“Being empathetic now is more important than ever. Brands will be made or broken by this. How they respond to the situation is going to set the ground work for their future success.”

                      He adds that it’s crucial for stores to be creative in their marketing, messaging and merchandising, and essential that they be able to change their strategies quickly. “You need to incorporate a multi-pronged approach, be digitally savvy and be agile to pivot. There are different avenues for driving traffic and it’s about using all of them to find out what works for your brand and your brand’s audience.”

                      He’s seen some creative marketing since the Covid-19 outbreak started, like a street-wear brand that offered discounts for sweatpants and hoodies to customers who’d recently bought denims from them “because they knew they probably weren’t getting a chance to wear them much”.

                      “Your marketing and merchandising needs to be tailored to what’s happening right now. There’s no point having business clothes on your home page if you also sell things that are more casual and relaxed. You need to remerchandise your store to be sensitive to what’s going on in our world today.”

                      Pure Play Ecommerce pre-Covid and now. As you can see in this graph from WITHIN, there has been some significant activity in the ecommerce space since Covid-19 took grip of the world. See more here.

                      New shopping habits here to stay

                      Smith believes that the changes in ecommerce as a result of Covid-19 are here to stay. “It takes 66 days to create a new habit and we’re already pushing the two-month mark in terms of quarantine and social distancing.”

                      Those who didn’t shop online before are now doing so out of necessity. “I think many of these new behaviors that people are developing in their day-to-day life are going to stick because it’s become our new normal. And online shopping is definitely more convenient.”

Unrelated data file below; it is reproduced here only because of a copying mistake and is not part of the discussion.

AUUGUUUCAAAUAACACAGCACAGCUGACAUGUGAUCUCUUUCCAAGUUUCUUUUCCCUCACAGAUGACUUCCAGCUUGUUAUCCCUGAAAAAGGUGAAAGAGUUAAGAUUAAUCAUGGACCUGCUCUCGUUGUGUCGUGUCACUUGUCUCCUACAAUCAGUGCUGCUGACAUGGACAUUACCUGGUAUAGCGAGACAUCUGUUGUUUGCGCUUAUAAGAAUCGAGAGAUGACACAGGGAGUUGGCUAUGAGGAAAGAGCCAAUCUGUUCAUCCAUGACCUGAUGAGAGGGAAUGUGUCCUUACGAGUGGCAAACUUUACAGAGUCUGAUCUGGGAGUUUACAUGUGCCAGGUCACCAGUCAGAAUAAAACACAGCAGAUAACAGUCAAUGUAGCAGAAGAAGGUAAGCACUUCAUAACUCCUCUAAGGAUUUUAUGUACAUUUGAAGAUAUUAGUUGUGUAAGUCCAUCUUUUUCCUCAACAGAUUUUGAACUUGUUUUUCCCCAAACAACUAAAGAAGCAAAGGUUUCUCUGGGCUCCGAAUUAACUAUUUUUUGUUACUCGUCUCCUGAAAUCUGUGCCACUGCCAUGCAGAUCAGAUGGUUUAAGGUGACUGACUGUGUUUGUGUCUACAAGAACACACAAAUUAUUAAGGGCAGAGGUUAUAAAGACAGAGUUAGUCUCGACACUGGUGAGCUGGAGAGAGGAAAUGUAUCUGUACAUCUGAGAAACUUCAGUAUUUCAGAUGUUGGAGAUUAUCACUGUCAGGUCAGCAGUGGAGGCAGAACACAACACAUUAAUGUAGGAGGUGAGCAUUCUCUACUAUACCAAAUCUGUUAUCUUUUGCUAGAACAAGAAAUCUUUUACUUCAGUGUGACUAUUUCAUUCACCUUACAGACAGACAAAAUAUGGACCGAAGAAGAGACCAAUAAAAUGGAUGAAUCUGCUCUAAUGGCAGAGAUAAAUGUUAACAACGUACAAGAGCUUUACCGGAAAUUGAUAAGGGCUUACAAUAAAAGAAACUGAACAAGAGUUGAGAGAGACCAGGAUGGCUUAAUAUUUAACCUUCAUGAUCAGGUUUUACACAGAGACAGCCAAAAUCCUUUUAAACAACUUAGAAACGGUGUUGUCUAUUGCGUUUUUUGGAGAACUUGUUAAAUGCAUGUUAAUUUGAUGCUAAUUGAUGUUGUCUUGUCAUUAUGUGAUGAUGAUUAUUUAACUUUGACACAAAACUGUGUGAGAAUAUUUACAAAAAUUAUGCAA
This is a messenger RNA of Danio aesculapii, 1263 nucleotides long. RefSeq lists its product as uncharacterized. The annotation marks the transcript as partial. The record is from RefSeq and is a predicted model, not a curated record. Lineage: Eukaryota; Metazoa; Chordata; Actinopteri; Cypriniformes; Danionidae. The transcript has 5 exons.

He predicts that Shopify will increasingly compete with Amazon, particularly since it acquired warehouse fulfillment network 6 River Systems in 2019 and the Swedish online marketplace Tictail in 2018. And he reckons augmented reality will take off as brands try to find new marketing techniques while adhering to global restrictions in movement.

                      “All of this is going to accelerate ecommerce by five years in about half a year. Being online and having a digital-first business model is a necessity now.”

                      Roddy Smith - Spently

                      Ecommerce hasn’t been immune to the coronavirus pandemic, growing dramatically as stores scramble to cater for an influx of online shoppers. According to Roddy Smith, Director of Sales and Partnerships for Spently, many of the latest changes in ecommerce will last well after the virus has been overcome.

                      read time.

                      Read More
                      Sharpening your Ecommerce Conversion Rates

                      Photo by Malte Wingen

                      This list is compiled as much as a resource for us to refer back to when looking to optimize a client store for conversions as it is a collection of information that we thought would be good to share with other Shopify partners, experts and merchants.

                      Shopify Dashboard showing impressive growth

                      Below is the list available at a glance and the rest of the this page elaborates on what to consider and do for each of them.

                      1. Enhance your Search
                      2. Use Product Videos
                      3. Improve your Navigation
                      4. Add a Site-Wide Promo Bar
                      5. Use and Promote Social Proof & Reviews
                      6. Up-sell, Cross-Sell and Bundle
                      7. Emphasize Call-to-Actions
                      8. Add Guarantees, Trust Seals & Value Propositions